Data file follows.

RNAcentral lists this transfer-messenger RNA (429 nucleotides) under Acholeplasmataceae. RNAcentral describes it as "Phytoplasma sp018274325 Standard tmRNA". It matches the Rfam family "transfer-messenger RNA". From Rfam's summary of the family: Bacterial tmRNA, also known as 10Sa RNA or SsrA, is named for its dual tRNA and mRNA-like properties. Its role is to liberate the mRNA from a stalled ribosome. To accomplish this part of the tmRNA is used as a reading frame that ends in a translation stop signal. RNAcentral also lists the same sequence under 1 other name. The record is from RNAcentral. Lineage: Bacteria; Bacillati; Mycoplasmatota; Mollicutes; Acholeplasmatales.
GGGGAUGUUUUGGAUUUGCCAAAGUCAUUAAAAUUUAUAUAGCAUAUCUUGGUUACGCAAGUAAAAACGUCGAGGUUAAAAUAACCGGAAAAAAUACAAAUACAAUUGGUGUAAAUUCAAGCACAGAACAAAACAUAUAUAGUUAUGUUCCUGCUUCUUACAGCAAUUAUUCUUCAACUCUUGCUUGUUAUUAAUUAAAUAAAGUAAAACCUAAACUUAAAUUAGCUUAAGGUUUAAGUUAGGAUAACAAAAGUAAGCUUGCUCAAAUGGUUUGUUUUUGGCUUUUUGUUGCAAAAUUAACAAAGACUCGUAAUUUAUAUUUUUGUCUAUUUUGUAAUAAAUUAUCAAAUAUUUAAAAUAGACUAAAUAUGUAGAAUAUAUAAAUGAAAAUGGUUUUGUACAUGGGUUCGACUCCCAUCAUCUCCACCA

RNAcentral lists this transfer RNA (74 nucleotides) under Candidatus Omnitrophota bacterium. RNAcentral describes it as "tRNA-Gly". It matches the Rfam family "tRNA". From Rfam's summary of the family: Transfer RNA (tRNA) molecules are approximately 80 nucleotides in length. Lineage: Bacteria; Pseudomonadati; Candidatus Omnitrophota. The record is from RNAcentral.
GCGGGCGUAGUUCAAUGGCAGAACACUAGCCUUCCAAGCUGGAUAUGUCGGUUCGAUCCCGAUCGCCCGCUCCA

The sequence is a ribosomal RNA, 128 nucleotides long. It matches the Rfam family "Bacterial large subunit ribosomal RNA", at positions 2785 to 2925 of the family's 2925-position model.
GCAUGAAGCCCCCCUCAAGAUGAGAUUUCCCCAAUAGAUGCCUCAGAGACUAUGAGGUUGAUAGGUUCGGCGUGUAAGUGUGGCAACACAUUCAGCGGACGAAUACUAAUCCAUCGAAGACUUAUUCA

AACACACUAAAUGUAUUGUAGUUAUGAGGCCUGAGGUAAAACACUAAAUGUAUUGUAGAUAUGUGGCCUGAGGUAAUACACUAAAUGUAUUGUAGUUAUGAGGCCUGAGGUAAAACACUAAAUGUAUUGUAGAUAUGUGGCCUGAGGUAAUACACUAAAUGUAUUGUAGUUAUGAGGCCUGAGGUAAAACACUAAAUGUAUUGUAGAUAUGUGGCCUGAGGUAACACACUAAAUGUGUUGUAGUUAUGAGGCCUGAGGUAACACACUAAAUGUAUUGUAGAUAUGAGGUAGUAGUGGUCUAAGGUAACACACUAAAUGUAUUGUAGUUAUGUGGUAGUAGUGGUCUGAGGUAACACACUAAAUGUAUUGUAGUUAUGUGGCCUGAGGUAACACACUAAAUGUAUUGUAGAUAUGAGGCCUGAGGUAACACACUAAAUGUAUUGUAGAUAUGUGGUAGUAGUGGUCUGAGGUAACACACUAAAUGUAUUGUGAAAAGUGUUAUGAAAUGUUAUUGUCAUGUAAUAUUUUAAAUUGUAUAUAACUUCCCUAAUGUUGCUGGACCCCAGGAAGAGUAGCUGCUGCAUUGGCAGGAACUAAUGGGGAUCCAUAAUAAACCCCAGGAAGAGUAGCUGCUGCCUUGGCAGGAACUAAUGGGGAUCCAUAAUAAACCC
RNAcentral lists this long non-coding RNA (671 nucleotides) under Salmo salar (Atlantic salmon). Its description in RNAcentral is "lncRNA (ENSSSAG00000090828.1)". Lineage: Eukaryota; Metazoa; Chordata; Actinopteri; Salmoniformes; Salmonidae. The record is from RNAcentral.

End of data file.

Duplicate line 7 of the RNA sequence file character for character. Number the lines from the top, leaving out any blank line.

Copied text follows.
AACACACUAAAUGUAUUGUAGUUAUGAGGCCUGAGGUAAAACACUAAAUGUAUUGUAGAUAUGUGGCCUGAGGUAAUACACUAAAUGUAUUGUAGUUAUGAGGCCUGAGGUAAAACACUAAAUGUAUUGUAGAUAUGUGGCCUGAGGUAAUACACUAAAUGUAUUGUAGUUAUGAGGCCUGAGGUAAAACACUAAAUGUAUUGUAGAUAUGUGGCCUGAGGUAACACACUAAAUGUGUUGUAGUUAUGAGGCCUGAGGUAACACACUAAAUGUAUUGUAGAUAUGAGGUAGUAGUGGUCUAAGGUAACACACUAAAUGUAUUGUAGUUAUGUGGUAGUAGUGGUCUGAGGUAACACACUAAAUGUAUUGUAGUUAUGUGGCCUGAGGUAACACACUAAAUGUAUUGUAGAUAUGAGGCCUGAGGUAACACACUAAAUGUAUUGUAGAUAUGUGGUAGUAGUGGUCUGAGGUAACACACUAAAUGUAUUGUGAAAAGUGUUAUGAAAUGUUAUUGUCAUGUAAUAUUUUAAAUUGUAUAUAACUUCCCUAAUGUUGCUGGACCCCAGGAAGAGUAGCUGCUGCAUUGGCAGGAACUAAUGGGGAUCCAUAAUAAACCCCAGGAAGAGUAGCUGCUGCCUUGGCAGGAACUAAUGGGGAUCCAUAAUAAACCC